Tuesday the 17th of July was an exciting day for all of us here at iintegra. Not only was it World Emoji day but Google for jobs finally landed in the UK! ✈️
After months of anticipation, the day passed without a hiccup. Candidates still visited their favourite job boards and recruiters still posted and filled their roles online.
Three weeks on candidate sourcing has carried on in the same vein. But, could this just be the calm before the storm?
In this article we examine GfJ's immediate and future impact on the market and provide a glimpse into what's in store for job boards and recruiters.
In the three weeks since Google for Jobs arrival there has been thousands of posts from hundreds of recruiters discussing the impact on the UK job advertising market and how Google's entrance into this market will change the recruitment landscape.
There's been much discussion too about a lot of employers and ATS platforms not being GfJ ready. Whilst this may be true, we'd posit that they didn't need to be ready in order to benefit from the roll-out of GfJ although the benefits would be less so than a platform that is GfJ ready.
So, after the arrival of GfJ in the UK, what are the benefits to job seekers and recruiters?
Let's start with the job seekers...
Convenience. It's plain and simple. There's no bigger benefit to GfJ than how convenient it is. Let's be honest, the vast majority of us start our Internet searches on Google so why would a job seeker do anything different? In days gone by, Google would hand off that search traffic to the major job boards and well optimised career sites with high brand awareness, now however, not so much.
For the job seeker then, having all the jobs you could ever want in one place that enables them to more easily identify which job ads are actually the same job makes it easier for job seekers to wade through the noise that is the job ad market.
...Now onto the recruiters
The simplistic answer to how recruiters benefit from GfJ is that it's another free channel to advertise their jobs on and if their technology is GfJ ready, they have to do nothing for it to work.
Google is by far and away the highest traffic platform on the Internet so it's already got enough visitors to generate more than enough traffic to feed recruiters with applicants, it just comes down to the awareness of the job seeker that GfJ is there and they'll start using it.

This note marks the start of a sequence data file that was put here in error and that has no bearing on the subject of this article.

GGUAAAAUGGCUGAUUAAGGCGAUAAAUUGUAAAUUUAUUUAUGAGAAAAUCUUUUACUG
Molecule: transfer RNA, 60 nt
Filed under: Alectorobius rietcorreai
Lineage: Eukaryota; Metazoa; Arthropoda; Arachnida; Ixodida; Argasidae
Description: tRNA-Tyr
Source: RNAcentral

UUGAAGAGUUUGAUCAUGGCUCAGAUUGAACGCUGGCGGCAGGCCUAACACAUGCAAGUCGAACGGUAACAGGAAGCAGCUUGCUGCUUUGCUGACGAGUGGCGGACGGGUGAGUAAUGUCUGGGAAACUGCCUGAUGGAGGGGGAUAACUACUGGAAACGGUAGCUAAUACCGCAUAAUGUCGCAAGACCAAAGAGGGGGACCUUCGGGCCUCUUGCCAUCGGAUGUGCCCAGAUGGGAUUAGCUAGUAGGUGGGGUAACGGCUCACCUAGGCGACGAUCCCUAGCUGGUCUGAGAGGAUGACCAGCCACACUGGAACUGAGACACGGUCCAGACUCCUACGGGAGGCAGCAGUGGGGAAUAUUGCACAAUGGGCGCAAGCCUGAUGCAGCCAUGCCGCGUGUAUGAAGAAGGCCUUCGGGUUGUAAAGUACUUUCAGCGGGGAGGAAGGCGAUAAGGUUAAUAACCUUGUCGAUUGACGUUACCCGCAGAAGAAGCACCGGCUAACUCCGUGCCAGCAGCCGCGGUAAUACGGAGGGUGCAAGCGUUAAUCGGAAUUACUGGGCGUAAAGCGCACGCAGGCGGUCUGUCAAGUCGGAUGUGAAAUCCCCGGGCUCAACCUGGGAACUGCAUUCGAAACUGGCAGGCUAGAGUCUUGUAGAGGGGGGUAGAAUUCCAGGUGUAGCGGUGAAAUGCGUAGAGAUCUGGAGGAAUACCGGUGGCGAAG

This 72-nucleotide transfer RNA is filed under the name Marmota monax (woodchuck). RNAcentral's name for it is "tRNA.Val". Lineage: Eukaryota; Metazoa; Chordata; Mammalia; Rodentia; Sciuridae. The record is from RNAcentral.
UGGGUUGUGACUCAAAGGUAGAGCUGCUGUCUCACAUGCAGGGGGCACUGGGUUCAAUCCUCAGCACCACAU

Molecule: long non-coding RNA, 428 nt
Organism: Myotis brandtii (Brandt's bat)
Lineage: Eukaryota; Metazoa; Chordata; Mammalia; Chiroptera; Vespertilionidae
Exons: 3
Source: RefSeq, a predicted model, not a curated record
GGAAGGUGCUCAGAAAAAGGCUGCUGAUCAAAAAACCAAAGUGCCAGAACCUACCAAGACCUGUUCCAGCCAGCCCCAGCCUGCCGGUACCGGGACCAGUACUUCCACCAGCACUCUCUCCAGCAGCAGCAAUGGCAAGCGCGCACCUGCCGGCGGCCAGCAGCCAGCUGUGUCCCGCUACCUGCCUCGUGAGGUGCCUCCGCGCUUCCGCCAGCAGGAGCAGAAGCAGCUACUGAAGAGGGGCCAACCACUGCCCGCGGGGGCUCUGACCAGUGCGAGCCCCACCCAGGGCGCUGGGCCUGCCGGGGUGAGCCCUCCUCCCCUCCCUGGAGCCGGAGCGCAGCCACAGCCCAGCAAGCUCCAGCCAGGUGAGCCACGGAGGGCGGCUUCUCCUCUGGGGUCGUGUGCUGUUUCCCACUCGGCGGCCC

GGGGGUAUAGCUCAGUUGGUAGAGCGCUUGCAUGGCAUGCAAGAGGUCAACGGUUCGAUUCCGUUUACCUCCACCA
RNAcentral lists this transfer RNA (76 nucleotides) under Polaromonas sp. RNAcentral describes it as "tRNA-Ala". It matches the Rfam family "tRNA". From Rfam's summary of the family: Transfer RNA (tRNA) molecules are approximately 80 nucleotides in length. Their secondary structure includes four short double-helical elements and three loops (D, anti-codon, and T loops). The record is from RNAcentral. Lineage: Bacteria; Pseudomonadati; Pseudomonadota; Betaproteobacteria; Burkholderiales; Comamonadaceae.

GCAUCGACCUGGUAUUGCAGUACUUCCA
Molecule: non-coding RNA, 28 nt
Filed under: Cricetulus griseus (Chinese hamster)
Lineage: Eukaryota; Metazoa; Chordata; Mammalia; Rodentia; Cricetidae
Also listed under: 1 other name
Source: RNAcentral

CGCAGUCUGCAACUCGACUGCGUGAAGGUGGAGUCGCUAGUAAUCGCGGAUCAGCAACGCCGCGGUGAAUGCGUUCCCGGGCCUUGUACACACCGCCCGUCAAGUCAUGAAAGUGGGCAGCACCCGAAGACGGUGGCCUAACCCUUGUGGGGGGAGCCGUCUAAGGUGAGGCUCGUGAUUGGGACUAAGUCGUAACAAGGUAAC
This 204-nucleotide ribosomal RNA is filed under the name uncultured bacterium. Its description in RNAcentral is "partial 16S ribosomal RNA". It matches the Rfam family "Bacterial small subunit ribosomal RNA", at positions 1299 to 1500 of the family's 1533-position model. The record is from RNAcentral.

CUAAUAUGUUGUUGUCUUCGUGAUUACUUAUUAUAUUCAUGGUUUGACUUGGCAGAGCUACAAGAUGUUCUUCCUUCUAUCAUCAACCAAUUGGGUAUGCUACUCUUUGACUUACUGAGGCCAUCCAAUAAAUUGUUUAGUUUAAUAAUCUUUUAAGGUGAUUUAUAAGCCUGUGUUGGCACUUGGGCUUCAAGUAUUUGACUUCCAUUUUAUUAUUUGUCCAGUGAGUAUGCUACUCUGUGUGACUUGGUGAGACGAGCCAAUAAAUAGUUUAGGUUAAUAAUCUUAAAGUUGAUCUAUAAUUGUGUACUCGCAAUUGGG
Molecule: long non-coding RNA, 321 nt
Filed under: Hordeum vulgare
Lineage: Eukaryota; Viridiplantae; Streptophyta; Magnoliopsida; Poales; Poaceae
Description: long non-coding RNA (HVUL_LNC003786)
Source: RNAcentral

The more complex answer is that recruiters may not benefit much at all in the long term unless they're willing to put some work in. We already know that without the judicious use of bid management on the job aggregator sites, the quality of applicants from them can be lower than that of the premium job boards. GfJ offsets this by giving job seekers a choice which potentially directs them to those premium boards regardless. The volume of job seekers delivered by GfJ is surely set to rise as job seekers become more aware of it as a service so managing yet more applications will only be achievable by an ATS platform that's built for extremely high volume recruiting, even for smaller organisations.
So, why didn't it matter if recruiters weren't GfJ ready?
Every major job board has its job listings on GfJ, most modern ATS vendors are providing GfJ ready platforms so it didn't matter because even those recruiters that weren't GfJ ready were posting their ads to at least one platform that was ready.
Whilst those wouldn't get direct applications to their recruitment platform, they would get applications driven to their job ad platform of choice.
How we're leveraging GfJ today
We've always provided clients with career sites featuring enhanced SEO to deliver great rankings on Google for job seeker related searches and they've always performed well. Adding in the JobPosting schema for GfJ support almost 18 months ago was a no-brainer for us and it paid off with applications to client branded listings on GfJ from day one of its launch in the UK.
We didn't stop there with our GfJ integration though, the Apply portal and ATS components of our Talent Acquisition Platform (TAP) also support GfJ directly. Even our clients without a GfJ ready career site can benefit from the extra advertising channel.
After two weeks, how is it really working?
Well, after two weeks, we'd have to say that GfJ is working well. It's not the market leader in terms of delivering high volume application levels (yet), but we can see that traffic from GfJ is steadily increasing to our clients' careers sites and direct applications into our TAP are performing well too. In fact, we've had applicants come into the ATS from GfJ directly and be qualified for Interview in under 24 hours.
What has Google for Jobs taught us
We're not sure GfJ has taught us anything just yet. It'll take some more time to work out exactly what's changed for the recruitment industry and how that impacts on us all before we know what we've learnt. What we can say though is that GfJ is exposing some of the weird and wonderful things job ad platforms do to increase job seeker traffic to their sites. You can much more easily see the first, second and third tier of job seeker feeder sites that get funnelled into the major job boards and ultimately deliver the applicant to your inbox (in whatever form that takes).
What does the future hold for job boards, recruiters, GFJ and others?
GfJ will experience increased brand awareness, increased traffic, increased application CTR's and increases in the numbers of GfJ ready technologies that will increase the number of jobs in the GfJ index. That's a lot of increases!
Bug fixes and accuracy improvements
With all these increases, Google will have to smooth out some of the rough edges that GfJ has right now. We've seen job listings at companies where GfJ links to magazine articles, Wiki pages or entirely the wrong company in the wrong country for the "Company Profile" because they share similar names instead of GfJ linking directly to the employers' own website. This is a major UX issue because it misdirects job seekers and it will need addressing sooner rather than later.